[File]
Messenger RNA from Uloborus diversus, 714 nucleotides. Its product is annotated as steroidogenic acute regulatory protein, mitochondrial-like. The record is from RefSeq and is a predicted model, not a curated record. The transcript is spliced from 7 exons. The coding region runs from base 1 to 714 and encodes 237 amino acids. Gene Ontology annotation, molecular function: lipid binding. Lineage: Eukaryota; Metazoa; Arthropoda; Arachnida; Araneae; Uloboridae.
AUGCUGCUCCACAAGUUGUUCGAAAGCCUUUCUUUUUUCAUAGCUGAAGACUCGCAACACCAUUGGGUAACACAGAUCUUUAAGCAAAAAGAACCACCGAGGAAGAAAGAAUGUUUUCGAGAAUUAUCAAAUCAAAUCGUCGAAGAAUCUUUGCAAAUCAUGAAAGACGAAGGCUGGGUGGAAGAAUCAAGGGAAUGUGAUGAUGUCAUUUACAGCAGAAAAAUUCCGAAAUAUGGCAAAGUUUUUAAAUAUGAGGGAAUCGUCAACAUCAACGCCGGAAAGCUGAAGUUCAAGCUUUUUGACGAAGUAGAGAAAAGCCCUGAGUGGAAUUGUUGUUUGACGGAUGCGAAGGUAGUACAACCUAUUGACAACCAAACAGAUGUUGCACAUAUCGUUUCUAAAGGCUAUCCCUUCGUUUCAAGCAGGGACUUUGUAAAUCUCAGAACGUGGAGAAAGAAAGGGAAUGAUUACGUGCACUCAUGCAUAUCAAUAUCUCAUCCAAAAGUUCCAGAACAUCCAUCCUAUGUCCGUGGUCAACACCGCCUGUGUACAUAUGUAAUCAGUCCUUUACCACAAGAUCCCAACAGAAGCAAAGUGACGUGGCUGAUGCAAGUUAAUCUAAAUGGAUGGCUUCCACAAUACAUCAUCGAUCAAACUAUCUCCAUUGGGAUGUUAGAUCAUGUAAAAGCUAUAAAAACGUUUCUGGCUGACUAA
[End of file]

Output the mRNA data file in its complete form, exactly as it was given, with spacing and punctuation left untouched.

Messenger RNA from Uloborus diversus, 714 nucleotides. Its product is annotated as steroidogenic acute regulatory protein, mitochondrial-like. The record is from RefSeq and is a predicted model, not a curated record. The transcript is spliced from 7 exons. The coding region runs from base 1 to 714 and encodes 237 amino acids. Gene Ontology annotation, molecular function: lipid binding. Lineage: Eukaryota; Metazoa; Arthropoda; Arachnida; Araneae; Uloboridae.
AUGCUGCUCCACAAGUUGUUCGAAAGCCUUUCUUUUUUCAUAGCUGAAGACUCGCAACACCAUUGGGUAACACAGAUCUUUAAGCAAAAAGAACCACCGAGGAAGAAAGAAUGUUUUCGAGAAUUAUCAAAUCAAAUCGUCGAAGAAUCUUUGCAAAUCAUGAAAGACGAAGGCUGGGUGGAAGAAUCAAGGGAAUGUGAUGAUGUCAUUUACAGCAGAAAAAUUCCGAAAUAUGGCAAAGUUUUUAAAUAUGAGGGAAUCGUCAACAUCAACGCCGGAAAGCUGAAGUUCAAGCUUUUUGACGAAGUAGAGAAAAGCCCUGAGUGGAAUUGUUGUUUGACGGAUGCGAAGGUAGUACAACCUAUUGACAACCAAACAGAUGUUGCACAUAUCGUUUCUAAAGGCUAUCCCUUCGUUUCAAGCAGGGACUUUGUAAAUCUCAGAACGUGGAGAAAGAAAGGGAAUGAUUACGUGCACUCAUGCAUAUCAAUAUCUCAUCCAAAAGUUCCAGAACAUCCAUCCUAUGUCCGUGGUCAACACCGCCUGUGUACAUAUGUAAUCAGUCCUUUACCACAAGAUCCCAACAGAAGCAAAGUGACGUGGCUGAUGCAAGUUAAUCUAAAUGGAUGGCUUCCACAAUACAUCAUCGAUCAAACUAUCUCCAUUGGGAUGUUAGAUCAUGUAAAAGCUAUAAAAACGUUUCUGGCUGACUAA